The US air force is poised to award sole-source contracts to Raytheon and Northrop Grumman for further development of their competing active electronically scanned array radars as part of its Northrop Grumman E-8C JSTARS recapitalisation effort.
Once developed, one of the two radars will become the centrepiece of the air force’s next-generation surveillance and battle management airplane, which is to be based on a commercial business jet.
The intent of the programme is to replace the 707-based E-8C fleet, which averages 46 years old.
According to a “notice of contract action” published today, the air force identified two American-based radar manufactures capable of performing the work: Raytheon Space & Airborne Systems of Dallas, Texas and Northrop Grumman Electronic Systems of Baltimore, Maryland.
The US government has ruled out foreign participation for the radar programme, but is accepting foreign airframes, as witnesses by Lockheed Martin’s partnership with Canadian airframer Bombardier for a Global-series aircraft.
Lockheed's JSTARS proposal
US Air Force
To date, Northrop has said little about its active electronically scanned array (AESA) offering, given the competitive nature of the procurement. Raytheon, however, says its radar is a modified version of the APS-154 Advanced Airborne Sensor being developed for the Boeing P-8A submarine hunter.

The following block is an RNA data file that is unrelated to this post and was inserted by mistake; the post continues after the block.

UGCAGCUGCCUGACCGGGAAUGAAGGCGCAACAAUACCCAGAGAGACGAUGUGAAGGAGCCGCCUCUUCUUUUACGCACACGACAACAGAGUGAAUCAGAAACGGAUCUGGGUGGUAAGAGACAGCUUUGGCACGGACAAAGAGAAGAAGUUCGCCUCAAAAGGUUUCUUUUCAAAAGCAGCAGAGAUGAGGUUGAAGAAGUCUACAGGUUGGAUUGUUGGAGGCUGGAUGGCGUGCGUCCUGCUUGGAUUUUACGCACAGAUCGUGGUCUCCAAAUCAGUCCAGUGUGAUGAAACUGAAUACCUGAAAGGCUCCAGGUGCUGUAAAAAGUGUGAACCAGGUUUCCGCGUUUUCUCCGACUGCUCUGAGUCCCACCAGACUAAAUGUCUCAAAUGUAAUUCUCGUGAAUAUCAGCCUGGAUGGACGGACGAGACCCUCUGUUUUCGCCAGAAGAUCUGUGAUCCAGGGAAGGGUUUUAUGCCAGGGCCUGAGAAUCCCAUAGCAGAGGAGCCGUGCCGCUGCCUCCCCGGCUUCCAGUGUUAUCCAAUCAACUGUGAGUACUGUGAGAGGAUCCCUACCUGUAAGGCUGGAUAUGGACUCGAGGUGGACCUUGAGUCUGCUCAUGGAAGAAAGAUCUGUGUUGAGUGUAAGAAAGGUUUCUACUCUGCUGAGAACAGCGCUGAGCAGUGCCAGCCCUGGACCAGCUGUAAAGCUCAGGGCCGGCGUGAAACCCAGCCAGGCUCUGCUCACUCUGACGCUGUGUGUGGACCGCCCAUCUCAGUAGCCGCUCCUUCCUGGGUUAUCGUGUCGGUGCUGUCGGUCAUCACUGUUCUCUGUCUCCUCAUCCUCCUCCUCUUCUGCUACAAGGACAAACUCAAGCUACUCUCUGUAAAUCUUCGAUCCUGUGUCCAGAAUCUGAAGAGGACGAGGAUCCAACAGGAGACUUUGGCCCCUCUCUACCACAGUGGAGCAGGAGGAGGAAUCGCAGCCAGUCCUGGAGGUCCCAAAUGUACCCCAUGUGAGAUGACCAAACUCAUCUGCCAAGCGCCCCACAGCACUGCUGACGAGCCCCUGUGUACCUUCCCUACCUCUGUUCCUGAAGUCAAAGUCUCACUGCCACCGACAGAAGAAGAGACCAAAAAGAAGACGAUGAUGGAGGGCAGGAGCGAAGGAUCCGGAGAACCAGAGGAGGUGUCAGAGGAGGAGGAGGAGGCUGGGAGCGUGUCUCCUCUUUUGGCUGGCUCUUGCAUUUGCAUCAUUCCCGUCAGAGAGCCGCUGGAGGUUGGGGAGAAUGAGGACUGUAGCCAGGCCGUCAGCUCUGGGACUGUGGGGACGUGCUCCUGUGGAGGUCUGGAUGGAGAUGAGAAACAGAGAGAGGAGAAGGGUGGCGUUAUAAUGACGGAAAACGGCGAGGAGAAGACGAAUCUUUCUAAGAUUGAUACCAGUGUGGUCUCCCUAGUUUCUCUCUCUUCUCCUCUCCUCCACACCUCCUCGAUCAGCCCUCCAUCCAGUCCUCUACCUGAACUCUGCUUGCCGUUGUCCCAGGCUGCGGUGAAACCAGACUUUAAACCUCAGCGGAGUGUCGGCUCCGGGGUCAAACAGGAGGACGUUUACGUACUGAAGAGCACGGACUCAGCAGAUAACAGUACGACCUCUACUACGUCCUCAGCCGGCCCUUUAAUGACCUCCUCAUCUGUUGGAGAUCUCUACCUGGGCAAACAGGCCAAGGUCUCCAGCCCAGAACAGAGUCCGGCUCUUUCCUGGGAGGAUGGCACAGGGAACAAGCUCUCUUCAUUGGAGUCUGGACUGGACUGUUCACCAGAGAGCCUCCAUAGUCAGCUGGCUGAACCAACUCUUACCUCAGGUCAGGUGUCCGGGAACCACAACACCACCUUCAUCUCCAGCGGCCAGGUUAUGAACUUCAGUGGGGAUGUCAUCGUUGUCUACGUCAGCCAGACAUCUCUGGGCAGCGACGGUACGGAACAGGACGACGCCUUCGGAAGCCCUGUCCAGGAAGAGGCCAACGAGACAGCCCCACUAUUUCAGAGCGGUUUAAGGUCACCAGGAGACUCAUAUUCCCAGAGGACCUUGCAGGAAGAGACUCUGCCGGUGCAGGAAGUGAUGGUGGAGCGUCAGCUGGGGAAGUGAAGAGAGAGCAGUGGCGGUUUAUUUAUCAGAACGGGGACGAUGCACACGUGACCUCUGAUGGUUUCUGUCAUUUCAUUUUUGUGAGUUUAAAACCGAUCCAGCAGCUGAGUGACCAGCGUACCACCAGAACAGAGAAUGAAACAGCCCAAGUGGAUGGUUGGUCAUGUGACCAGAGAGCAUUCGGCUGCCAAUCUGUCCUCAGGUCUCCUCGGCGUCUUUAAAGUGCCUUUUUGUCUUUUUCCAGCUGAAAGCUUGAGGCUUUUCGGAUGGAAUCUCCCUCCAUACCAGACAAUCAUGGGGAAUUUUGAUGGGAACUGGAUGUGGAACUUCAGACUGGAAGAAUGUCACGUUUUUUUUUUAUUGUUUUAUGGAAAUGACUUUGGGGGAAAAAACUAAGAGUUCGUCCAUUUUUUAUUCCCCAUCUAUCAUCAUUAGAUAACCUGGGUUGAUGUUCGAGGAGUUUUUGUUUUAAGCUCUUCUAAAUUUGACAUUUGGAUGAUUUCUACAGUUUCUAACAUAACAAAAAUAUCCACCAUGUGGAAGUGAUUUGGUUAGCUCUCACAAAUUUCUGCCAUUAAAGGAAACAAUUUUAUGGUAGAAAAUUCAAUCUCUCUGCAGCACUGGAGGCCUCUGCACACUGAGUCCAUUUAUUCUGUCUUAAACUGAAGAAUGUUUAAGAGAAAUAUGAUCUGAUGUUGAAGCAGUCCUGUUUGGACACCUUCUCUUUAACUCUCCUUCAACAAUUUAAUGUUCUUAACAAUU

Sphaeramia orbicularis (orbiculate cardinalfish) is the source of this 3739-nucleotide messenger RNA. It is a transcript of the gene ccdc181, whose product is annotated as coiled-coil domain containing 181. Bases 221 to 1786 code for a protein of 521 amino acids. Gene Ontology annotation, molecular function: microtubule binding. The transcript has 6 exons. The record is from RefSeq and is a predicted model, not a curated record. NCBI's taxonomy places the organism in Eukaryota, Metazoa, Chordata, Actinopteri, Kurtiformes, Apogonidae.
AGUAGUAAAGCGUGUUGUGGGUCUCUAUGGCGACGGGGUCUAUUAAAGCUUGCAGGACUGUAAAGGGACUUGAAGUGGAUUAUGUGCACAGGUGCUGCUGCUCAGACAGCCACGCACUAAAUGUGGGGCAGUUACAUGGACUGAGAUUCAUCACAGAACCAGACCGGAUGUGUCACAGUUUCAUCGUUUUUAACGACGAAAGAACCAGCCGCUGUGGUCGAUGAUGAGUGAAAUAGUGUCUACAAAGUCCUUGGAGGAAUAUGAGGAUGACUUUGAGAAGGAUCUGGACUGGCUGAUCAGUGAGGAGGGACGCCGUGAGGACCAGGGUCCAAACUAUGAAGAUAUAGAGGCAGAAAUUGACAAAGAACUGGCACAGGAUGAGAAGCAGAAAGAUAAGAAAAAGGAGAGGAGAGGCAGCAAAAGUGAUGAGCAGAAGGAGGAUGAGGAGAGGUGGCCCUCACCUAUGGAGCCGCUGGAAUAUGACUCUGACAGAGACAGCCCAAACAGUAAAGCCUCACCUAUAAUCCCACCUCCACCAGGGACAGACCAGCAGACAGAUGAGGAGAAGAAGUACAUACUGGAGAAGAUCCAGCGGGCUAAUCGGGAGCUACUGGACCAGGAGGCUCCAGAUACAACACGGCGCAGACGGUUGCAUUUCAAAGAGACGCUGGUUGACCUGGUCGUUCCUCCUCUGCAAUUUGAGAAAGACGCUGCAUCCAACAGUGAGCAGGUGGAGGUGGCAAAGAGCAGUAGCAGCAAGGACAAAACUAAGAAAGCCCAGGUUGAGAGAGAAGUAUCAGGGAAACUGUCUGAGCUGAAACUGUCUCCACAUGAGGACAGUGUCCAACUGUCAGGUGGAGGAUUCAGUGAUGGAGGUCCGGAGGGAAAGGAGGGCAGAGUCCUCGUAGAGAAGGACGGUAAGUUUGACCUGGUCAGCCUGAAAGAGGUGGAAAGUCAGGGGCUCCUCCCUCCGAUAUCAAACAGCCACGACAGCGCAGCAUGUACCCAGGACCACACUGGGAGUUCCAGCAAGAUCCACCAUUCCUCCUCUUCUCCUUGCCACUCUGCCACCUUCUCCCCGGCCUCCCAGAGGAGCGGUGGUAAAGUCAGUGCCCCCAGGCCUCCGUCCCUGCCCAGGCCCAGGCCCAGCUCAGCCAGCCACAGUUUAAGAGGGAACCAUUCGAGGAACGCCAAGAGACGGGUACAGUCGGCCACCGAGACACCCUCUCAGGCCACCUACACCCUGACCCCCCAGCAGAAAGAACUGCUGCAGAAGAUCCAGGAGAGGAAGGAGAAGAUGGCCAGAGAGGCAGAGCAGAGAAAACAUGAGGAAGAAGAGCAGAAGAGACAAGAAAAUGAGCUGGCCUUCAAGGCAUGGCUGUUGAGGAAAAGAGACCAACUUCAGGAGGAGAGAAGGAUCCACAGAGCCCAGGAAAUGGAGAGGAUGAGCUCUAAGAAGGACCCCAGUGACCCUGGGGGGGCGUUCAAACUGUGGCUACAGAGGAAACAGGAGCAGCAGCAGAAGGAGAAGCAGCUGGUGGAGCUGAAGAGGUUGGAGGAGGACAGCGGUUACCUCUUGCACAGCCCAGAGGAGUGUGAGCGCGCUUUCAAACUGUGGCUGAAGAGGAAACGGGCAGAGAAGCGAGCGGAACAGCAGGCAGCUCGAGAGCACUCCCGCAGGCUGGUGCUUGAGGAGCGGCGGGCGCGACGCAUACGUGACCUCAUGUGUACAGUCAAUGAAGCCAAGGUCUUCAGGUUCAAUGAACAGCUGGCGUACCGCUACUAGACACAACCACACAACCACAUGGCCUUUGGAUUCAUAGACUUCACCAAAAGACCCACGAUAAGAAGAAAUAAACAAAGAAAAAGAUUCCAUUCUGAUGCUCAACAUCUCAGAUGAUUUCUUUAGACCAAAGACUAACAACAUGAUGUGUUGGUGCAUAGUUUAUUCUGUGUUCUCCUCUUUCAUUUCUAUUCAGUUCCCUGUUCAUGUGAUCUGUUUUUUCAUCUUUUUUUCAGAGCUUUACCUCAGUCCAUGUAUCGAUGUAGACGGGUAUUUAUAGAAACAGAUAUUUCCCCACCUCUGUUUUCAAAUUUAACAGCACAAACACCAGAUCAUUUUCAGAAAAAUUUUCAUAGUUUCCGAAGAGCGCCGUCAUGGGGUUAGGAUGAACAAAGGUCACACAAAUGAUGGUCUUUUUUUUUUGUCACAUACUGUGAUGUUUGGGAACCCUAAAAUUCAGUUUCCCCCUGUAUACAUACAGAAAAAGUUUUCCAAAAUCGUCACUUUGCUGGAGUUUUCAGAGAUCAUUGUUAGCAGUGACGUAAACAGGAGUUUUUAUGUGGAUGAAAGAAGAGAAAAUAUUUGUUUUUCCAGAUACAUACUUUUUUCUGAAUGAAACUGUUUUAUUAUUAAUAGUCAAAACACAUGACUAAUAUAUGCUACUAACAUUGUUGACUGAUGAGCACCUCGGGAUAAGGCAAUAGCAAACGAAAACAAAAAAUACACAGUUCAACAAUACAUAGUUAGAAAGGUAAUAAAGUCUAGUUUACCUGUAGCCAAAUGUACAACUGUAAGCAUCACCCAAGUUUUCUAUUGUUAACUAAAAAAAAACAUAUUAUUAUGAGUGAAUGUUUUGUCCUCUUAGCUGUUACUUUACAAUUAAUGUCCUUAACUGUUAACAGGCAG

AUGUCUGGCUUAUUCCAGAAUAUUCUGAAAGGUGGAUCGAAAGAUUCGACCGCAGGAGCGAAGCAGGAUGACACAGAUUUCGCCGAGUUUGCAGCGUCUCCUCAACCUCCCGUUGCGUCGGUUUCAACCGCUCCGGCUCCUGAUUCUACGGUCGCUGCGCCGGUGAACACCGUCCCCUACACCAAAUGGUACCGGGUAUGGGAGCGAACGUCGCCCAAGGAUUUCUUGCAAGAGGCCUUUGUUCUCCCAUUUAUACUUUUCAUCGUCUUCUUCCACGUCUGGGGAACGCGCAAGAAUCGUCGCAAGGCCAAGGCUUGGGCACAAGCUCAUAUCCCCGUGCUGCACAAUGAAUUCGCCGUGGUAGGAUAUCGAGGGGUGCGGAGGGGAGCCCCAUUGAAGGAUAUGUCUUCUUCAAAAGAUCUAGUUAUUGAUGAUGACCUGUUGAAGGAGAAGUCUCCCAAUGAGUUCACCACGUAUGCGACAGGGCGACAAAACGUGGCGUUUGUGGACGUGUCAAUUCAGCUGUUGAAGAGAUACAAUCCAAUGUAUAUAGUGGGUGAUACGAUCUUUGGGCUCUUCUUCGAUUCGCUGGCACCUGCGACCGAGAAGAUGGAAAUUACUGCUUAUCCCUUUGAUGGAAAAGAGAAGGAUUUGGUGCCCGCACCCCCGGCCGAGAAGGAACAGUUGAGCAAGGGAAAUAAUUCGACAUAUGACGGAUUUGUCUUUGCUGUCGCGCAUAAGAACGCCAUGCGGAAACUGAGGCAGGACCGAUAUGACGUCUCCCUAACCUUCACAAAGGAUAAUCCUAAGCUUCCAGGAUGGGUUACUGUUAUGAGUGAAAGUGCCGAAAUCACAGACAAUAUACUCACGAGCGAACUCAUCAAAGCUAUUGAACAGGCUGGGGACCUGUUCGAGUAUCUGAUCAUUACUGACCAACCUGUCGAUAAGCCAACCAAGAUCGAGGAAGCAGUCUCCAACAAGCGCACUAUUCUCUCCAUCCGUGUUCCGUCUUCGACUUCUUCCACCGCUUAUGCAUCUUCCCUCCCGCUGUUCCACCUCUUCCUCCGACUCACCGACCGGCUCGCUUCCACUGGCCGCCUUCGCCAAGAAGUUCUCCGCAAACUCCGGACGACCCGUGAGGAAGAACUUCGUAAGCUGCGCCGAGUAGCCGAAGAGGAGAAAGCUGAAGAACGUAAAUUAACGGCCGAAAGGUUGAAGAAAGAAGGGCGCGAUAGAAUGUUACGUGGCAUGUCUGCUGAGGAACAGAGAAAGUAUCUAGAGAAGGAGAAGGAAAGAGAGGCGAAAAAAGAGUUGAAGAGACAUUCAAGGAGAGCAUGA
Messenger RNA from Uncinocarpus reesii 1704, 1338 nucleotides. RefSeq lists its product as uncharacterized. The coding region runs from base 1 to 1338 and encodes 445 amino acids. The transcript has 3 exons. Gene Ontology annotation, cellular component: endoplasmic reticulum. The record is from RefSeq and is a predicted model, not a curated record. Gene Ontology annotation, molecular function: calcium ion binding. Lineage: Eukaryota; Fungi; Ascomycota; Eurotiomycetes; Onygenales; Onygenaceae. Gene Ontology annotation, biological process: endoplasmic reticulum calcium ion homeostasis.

“Although the JSTARS radar was state-of-the-art when it was developed, technology has advanced significantly since its introduction in 1991,” the JSTARS Recapitalisation programme’s deputy lead for radars, Brian Carr, says in an air force article published today. “JSTARS Recapitalization is poised to leverage the technological advancements that have lowered the cost and enabled the use of AESA radars.”
Central to the proposed radar its ground moving target indicator and synthetic aperture radar modes, which allow it to detect and map potential targets. That information is then used by onboard battle managers and connected command centres to coordinate ground manoeuvres and make strike decision.
The E-8C debuted in Operation Desert Storm 25 years ago, and 16 aircraft remain in the fleet today.
A replacement programme was approved by the Pentagon on 10 December, and Raytheon and Northrop's radar divisions are not believed to be exclusively teamed going into the competition. The air force is seeking 17 new business-jet-based replacements, and teams led by Lockheed, Boeing and Northrop Grumman vying for the contract.